Five Features of the I&J Retrospect Database

Published on
July 28, 2017

Since 2012, the I&J Retrospect Database has collected the most important legal and policy developments that illustrate jurisdictional tensions on the cross-border internet. It indexes major legislative and judicial decisions, policy directions, initiatives and events that shape the state of jurisdiction on the internet. Today documenting more than 1,300 cases from 117 countries, the I&J Retrospect Database has become a respected open-access source of information for legal experts, policy makers and thought leaders. It has been referenced as an authoritative source in policy documents and media outlets such as The Economist, and enables evidence-based policy innovation in the Internet & Jurisdiction Policy Network.

Sourced by the I&J Secretariat with the help of world-class academics and equipped with handy search features, the Retrospect Database allows for a customized, targeted and thorough study of the state of jurisdictional trends on the global internet. Learn more about the five most salient features of the I&J Retrospect Database, and how to use it in the most efficient way.

Crowd-curated by the I&J Observatory

The I&J Observatory is an interdisciplinary network of world leading academics, from institutions such as Harvard University, the Humboldt Institute for Internet and Society, the Institute for Technology & Society Rio, National Law University Delhi, Oxford University, and Stanford University. Every month, a crowd-curation process incorporating members of the I&J Observatory selects and ranks by order of significance 20 cases from around the world. The 20 selected cases are then included in the Retrospect Database, building an ever-growing pool of essential evidence on the state of jurisdiction on the internet.

Succinct summary of cases and relevant information

Each case is recorded in the I&J Retrospect Database with a summary of its key facts and implications, and links are provided within the text to relevant documents or articles. Cases that made it to the I&J Observatory’s monthly Top 5 ranking are described in more detail, and benefit from a Read further section, with links to key sources and explainers. The database thereby constitutes a ‘central directory’ for internet jurisdiction cases, from which a user can search a particular topic in more depth.

Searching a specific time range

Any search on the database can be limited to a desired time period, ranging from one specific month to the whole period since 2012 during which the database has been running and growing. This allows users to gage the evolution of certain trends over some defined timeframe, or to compare and contrast the state of jurisdiction on the internet between different years or months.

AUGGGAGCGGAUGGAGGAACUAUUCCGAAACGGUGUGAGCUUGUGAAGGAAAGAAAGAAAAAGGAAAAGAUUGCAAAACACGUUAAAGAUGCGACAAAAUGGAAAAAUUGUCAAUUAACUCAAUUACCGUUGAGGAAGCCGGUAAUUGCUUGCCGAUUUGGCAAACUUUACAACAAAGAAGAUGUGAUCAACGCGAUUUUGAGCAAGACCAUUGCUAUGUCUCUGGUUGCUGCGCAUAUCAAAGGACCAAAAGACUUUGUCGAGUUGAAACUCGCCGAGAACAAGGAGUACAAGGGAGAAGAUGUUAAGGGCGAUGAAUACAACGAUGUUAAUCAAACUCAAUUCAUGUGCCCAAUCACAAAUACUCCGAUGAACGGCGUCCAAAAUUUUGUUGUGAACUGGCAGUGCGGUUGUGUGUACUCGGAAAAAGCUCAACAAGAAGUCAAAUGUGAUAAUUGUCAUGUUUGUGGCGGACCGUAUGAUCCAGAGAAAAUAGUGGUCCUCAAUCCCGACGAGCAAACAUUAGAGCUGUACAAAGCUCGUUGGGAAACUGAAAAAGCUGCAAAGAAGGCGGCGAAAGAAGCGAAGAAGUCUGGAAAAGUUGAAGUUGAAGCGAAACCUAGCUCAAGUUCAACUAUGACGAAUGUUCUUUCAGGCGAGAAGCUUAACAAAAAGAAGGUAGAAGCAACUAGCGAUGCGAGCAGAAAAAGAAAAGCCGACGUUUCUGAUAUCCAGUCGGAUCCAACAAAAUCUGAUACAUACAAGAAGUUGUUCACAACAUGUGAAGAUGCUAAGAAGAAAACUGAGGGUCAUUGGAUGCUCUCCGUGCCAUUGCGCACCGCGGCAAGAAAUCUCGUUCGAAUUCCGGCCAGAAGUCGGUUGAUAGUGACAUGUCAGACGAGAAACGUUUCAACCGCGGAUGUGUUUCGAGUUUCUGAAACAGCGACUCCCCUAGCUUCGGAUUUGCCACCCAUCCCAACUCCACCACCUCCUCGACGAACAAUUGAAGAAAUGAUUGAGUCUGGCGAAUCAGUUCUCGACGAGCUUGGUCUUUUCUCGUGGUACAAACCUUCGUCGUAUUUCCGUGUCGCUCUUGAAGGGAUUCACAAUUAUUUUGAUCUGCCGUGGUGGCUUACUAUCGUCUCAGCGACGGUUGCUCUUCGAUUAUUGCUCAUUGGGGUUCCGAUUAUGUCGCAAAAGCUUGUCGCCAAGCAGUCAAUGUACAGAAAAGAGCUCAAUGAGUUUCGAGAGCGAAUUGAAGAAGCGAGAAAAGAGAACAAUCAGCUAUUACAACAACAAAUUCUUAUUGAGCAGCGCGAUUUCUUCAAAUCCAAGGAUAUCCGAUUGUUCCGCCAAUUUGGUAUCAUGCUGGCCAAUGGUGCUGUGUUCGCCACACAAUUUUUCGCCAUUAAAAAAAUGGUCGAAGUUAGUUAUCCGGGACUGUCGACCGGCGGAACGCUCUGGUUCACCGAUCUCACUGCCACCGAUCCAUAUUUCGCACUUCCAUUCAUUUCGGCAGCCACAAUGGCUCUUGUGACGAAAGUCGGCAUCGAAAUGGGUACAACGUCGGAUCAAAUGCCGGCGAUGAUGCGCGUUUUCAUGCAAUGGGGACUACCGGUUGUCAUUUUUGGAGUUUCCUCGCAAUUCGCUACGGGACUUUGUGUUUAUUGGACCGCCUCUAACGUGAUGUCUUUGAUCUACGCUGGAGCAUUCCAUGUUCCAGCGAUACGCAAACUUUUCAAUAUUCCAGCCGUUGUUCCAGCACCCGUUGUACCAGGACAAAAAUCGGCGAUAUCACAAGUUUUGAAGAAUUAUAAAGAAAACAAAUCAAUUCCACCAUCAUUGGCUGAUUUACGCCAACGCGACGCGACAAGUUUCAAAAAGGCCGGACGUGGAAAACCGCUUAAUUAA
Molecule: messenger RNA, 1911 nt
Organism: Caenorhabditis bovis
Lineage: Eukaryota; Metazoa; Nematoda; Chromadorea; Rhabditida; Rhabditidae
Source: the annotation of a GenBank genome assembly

Keyword search

The general search function allows users to look for a specific keyword throughout the database. Any search is thereby highly customizable according to the user’s preferences and research interests.


The database is equipped with an elaborate tag-based filtering tool, allowing for the coupling of multiple search criteria, as well as for the search of a certain criterion without being limited to the exact spelling of the keyword search (for example, searching for “Brazil” in the keyword search will only produce cases mentioning the exact word “Brazil”, while filtering the database with the country category “Brazil” will produce all cases concerned with the Brazilian jurisdiction, including those which only mention “a Brazilian court”). Each case is categorized and searchable according to the following five dimensions:

  • Countries – the jurisdiction(s) concerned by the legal or policy development
  • Actors – the category of actor(s) involved in the case (Internet Platforms, Courts, Data Protection Authorities, etc.)
  • Modes – the mode(s) of action or mechanism(s) through which the case arose (Legislative, Judicial, Self-Regulation, etc.)

  • Action Focus – the technical action(s) sought through the case (Content Filtering, De-Indexing, Access to User Data, etc.)

  • Issue – the general topic(s) to which the case belongs (Cybersecurity, Freedom of Expression, Intermediary Liability, etc.)

Users can thereby search the database to include as many criteria as desired, and within any desired time period. The “Reset” button clears all selected filters and starts a new customized search.

These features make the I&J Retrospect Database a reliable and easy to use source of information for anyone wishing to analyse legal and policy developments related to jurisdiction on the internet.